6. So, just to finish on the thoughts in my Post #24, about how my sister is beholden to my BIL, since it's really his money. If my sister came to me and said, "You know, I really would want for us to be able to help out financially. But I know that hubby will deeply resent me for this. Even if he agreed, I think that deep down, he would feel taken advantage of, and he is not close to our mom, and honestly, she's just something on his radar that he feels he is obliged to contribute to. I feel deeply sorry about this and I don't agree, but in the end, I could ask him for this and it would eventually break us. As you know, sometimes I think my depression and anxiety get to him, and we have lost the spark. So I'm worried a demand on him like that, where his heart isn't in it, would be the last straw and I can't take that risk".... ...if she said that, I would say, "I understand. Say no more. Do what you have to do." And she would be totally off the hook -- that would have been her out, if sincerely said. I understand the power of the pursestrings. And I know that losing this marriage and everything she has is something she couldn't live through. But that's not what she's saying. She has blamed me and criticized me for my very modest expenditures for things that give me a semblance of normalcy, or pleasure, or anything not purely subsistence -- which are few and far in between, and things she could not fathom giving up herself. She has tried to present this as me having a "fear mindset" when in fact, destitution and slow, painful decline would make anyone fearful. She had defended him 100%, told me that I am unreasonable in my "expectations", and demanding, and so she has not presented this as a plight she is stuck in, but an initiative and choice she herself has firmly made. These are HER priorities every bit as much as his, and that's what is horrifying to me. She is as "removed" and "separate" from her family of origin as he is from us.
  7. And that is the part I am really struggling with at this moment. Because I am 50, and she is 48, and I have spent my whole life trying to protect and guide/console her in some viscerally instinctual big sisterly/mother-hen role. It's just how I am built. And I have pulled back because I feel so crushed and alienated, and this is her response: "I feel like I am being punished for setting my limits. You are passive aggressively taking your fear mentality out on me, for drawing my boundaries. I feel like I am losing my best friend, because you are too bitter to see that I have needs and a family I have to put first." And then she of course conveys this to her husband, who has even more reason to think I'm not worthy a character in his reckoning. I'm in a bind. I truly can't shut her out of my heart if I wanted to because I love her unconditionally, but when I have withdrawn (not just now, but in our conflicts in the past) to protect my heart and soul, she accuses me of "punishing" her and being passive aggressive, and that it's "my way or the highway." She talks to me in parental tones, saying things like, "You may not like my limits, but nonetheless, this is what I'm going to have to do" as if I am some bratty, entitled child having a tantrum. I can't escape looking like the bad guy unless I completely acquiesced to her position. I'm supposed to do it all: stay her best friend just like before, AND be okay with dying in slow motion (that is not an over-statement, because my health and sustainance depends on things I am imminently about to lose) because I don't have the resources to keep afloat. And "that's just the way it has to be". While listening to her vent about her needs in her life that aren't being met, such as not being paid exactly what she's worth, and so forth.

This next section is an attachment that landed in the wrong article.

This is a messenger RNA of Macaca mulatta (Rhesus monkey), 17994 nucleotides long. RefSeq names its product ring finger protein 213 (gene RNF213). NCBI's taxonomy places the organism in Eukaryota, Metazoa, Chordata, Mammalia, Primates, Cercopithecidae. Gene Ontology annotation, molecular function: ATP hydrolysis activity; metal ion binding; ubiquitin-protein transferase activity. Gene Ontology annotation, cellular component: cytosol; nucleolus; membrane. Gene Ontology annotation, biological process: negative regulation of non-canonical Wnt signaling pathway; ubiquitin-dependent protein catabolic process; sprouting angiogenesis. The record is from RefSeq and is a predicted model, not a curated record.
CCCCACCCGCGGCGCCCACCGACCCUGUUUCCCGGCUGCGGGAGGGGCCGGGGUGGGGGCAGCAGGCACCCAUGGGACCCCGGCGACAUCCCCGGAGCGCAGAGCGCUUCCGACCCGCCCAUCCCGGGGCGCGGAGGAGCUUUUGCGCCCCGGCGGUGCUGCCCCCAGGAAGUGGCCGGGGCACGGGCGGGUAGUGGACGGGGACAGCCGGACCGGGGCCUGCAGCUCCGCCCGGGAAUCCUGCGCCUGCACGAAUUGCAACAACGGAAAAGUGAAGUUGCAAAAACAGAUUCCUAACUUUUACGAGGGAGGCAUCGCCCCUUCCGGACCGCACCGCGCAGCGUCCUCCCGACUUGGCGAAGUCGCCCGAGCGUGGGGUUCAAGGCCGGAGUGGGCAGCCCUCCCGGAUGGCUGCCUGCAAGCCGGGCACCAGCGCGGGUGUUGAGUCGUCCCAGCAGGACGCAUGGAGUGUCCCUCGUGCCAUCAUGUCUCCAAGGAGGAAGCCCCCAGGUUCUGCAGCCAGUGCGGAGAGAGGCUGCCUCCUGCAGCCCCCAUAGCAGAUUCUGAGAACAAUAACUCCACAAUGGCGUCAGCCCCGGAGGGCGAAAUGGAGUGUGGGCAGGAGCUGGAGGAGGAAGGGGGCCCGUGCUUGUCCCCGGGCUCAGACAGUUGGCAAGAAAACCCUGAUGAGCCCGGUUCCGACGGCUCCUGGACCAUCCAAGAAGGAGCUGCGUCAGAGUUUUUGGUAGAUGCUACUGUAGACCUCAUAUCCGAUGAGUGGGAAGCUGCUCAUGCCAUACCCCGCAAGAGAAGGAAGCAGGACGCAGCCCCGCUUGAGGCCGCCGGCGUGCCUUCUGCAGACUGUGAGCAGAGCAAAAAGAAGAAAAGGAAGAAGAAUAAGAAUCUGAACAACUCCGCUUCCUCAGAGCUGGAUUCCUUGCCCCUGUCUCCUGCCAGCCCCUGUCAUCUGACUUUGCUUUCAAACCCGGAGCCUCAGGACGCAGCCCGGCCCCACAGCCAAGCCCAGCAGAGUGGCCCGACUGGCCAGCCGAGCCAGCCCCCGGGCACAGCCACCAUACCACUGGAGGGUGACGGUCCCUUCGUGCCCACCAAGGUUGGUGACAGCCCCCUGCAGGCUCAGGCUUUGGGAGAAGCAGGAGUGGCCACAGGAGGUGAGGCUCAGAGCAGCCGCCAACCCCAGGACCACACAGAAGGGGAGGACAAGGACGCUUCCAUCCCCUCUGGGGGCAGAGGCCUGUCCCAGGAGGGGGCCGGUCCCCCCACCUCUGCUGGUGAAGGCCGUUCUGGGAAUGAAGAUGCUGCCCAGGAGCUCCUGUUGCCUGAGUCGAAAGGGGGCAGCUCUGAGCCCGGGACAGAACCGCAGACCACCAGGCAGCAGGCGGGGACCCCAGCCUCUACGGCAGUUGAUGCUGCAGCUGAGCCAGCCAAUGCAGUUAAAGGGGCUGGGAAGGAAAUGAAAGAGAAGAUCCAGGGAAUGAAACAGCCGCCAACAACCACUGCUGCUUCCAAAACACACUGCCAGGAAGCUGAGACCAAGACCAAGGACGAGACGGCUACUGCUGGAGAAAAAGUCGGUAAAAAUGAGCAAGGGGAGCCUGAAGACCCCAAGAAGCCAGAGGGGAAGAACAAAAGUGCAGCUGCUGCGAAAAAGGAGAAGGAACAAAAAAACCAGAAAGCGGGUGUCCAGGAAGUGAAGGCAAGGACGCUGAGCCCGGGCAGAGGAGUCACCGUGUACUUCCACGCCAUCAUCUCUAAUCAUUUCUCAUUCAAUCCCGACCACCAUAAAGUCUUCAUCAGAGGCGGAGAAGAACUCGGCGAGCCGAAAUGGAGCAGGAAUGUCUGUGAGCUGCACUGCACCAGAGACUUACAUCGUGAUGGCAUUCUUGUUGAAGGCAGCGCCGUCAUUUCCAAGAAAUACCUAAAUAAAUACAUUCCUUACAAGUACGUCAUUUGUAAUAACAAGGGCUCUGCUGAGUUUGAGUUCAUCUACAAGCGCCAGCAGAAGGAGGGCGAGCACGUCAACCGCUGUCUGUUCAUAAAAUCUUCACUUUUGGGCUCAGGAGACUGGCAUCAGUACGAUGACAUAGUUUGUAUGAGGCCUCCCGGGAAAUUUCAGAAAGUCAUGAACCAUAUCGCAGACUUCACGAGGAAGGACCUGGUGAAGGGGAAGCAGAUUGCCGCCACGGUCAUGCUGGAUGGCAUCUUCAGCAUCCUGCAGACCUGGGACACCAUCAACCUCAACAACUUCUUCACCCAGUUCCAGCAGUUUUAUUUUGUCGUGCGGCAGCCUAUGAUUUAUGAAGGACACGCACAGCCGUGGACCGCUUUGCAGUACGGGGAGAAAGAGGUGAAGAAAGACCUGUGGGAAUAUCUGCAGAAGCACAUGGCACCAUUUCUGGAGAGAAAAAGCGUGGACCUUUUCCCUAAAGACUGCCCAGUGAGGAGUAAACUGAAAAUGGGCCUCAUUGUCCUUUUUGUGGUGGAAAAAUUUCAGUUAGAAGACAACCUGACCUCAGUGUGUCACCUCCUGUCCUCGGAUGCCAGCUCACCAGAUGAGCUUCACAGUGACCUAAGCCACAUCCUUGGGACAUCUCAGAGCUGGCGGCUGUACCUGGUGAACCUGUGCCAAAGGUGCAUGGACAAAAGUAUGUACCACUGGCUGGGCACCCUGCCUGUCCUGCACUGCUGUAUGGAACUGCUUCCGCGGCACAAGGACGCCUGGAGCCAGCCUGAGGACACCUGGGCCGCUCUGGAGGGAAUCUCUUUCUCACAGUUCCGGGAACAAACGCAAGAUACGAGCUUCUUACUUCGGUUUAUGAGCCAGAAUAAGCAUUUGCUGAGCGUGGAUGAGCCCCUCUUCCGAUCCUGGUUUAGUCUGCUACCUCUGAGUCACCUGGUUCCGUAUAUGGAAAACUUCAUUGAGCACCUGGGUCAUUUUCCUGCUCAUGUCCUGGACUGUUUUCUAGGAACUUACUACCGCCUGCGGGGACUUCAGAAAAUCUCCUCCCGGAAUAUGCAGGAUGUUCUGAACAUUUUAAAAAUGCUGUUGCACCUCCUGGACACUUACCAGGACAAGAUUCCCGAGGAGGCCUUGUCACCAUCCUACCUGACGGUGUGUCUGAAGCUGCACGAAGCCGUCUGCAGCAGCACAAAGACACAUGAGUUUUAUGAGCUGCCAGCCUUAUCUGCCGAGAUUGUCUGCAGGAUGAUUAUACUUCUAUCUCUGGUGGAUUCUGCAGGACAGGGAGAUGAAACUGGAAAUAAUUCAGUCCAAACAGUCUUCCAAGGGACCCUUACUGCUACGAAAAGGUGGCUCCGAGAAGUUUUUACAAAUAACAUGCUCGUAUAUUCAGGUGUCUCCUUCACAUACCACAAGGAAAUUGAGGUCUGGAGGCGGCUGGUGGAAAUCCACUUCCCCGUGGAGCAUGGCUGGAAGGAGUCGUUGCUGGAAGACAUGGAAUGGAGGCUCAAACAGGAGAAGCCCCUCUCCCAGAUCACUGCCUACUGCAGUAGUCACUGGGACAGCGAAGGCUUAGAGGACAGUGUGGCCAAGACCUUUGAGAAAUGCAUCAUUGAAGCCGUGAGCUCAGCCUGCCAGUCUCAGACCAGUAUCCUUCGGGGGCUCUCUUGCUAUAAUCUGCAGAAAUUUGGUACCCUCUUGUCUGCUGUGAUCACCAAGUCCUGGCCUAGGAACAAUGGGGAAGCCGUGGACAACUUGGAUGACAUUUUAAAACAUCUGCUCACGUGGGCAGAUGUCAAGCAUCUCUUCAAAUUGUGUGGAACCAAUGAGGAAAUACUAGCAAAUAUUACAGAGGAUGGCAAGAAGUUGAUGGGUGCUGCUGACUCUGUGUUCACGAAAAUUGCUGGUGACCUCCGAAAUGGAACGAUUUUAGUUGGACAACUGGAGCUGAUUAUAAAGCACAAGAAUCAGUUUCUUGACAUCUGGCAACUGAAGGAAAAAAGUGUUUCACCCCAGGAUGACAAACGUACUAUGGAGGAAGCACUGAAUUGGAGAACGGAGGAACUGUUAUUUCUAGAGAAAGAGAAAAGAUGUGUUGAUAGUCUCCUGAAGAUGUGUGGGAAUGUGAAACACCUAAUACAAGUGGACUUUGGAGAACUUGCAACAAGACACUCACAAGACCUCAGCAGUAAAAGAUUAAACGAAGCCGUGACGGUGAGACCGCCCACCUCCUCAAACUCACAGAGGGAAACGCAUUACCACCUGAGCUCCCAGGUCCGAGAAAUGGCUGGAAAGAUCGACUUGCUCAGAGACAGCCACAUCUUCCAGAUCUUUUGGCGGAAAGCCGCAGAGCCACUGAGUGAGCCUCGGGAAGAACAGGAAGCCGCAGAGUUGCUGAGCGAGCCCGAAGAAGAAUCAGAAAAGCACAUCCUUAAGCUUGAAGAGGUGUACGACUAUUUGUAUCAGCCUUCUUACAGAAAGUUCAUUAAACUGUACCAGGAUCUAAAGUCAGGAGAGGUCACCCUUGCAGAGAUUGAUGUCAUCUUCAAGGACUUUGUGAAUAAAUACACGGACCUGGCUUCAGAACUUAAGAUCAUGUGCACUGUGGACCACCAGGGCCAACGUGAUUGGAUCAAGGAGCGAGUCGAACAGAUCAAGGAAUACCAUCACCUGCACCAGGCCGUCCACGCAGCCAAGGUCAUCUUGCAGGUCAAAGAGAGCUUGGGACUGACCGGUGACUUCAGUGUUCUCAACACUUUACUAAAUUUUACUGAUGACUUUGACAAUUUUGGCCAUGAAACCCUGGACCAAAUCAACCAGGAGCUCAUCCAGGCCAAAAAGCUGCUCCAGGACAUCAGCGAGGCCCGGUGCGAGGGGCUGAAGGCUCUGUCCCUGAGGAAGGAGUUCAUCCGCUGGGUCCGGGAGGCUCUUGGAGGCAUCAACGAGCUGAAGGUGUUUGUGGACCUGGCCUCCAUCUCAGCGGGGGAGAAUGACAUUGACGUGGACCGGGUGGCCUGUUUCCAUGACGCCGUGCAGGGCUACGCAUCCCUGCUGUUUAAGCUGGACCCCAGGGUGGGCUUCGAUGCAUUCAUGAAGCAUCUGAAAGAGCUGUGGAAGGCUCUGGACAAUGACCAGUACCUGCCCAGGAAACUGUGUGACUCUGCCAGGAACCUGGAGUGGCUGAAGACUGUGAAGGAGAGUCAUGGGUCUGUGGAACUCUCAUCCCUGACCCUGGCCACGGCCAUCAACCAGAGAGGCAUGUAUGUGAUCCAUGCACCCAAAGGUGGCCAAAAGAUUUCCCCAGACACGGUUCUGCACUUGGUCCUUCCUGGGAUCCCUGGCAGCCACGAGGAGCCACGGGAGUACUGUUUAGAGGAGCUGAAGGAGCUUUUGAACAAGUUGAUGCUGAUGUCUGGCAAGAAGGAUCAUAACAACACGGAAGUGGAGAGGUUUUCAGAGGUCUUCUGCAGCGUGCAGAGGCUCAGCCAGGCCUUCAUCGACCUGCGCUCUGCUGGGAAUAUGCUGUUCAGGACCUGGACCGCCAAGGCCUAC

8. I just wanted to pick out this one point for now, though -- that as I mentioned in my OP (I know, there was a lot there to wade through, so maybe this got lost in the shuffle), my BIL's own father and mother are millionaires. They buy a new car every few months. The father is in the most lucrative and prestigious job you could have in this country, and his wife has never had to work (when I say work, I mean, go to a job that pays -- I don't consider full-time mothering less work than a paying job, but you do get to be your own boss more.) And, not parenthetically, it is still harder to have to go to work for a paycheck, full or part-time AND parent -- especially if you're a single parent. Not so incidentally, my BIL would be perfectly happy for my sister to be a complete stay-at-home wife/mother, with no career, if she wanted that. Because that's how he was raised, with a 1950's styled household (and he doesn't lift a finger to cook unless she's out of town). So, my BIL's parents will age in the greatest of comforts. No financial black hole there. This would look a lot different to me if that were the case. They are in their golden years and it's truly golden. And, my BIL stands to get an equally golden inheritance, even split between 4 children. So in addition to my BIL's own financial security, he stands to get heaps more through inheritance. By the time it's all said and done, my sister will be a millionaire. My mother will be gone by then...but that is the track they are on. And this brings up another part of my anger, and it's big: I don't believe that my BIL would for ONE SECOND withhold financial support to his parents if he saw even the slightest quiver of a need. No, he would not put his own mother in what is basically an institution. He would see to it that she got the very best of care, and I'm sure that if his siblings fell on hard times, that would also be considered. So he is not treating his wife's family as he would treat his own, and that makes me feel sick to my stomach, especially when I am his son's favorite Aunt (sister has told me so), and I have invested myself deeply as her best friend, consultant, sounding board. Side note: as I live many thousands of miles away from her (and my mom), physically being present to care for my mom is not an option. It is many hours by plane from where I live, and hundreds of dollars just to visit family.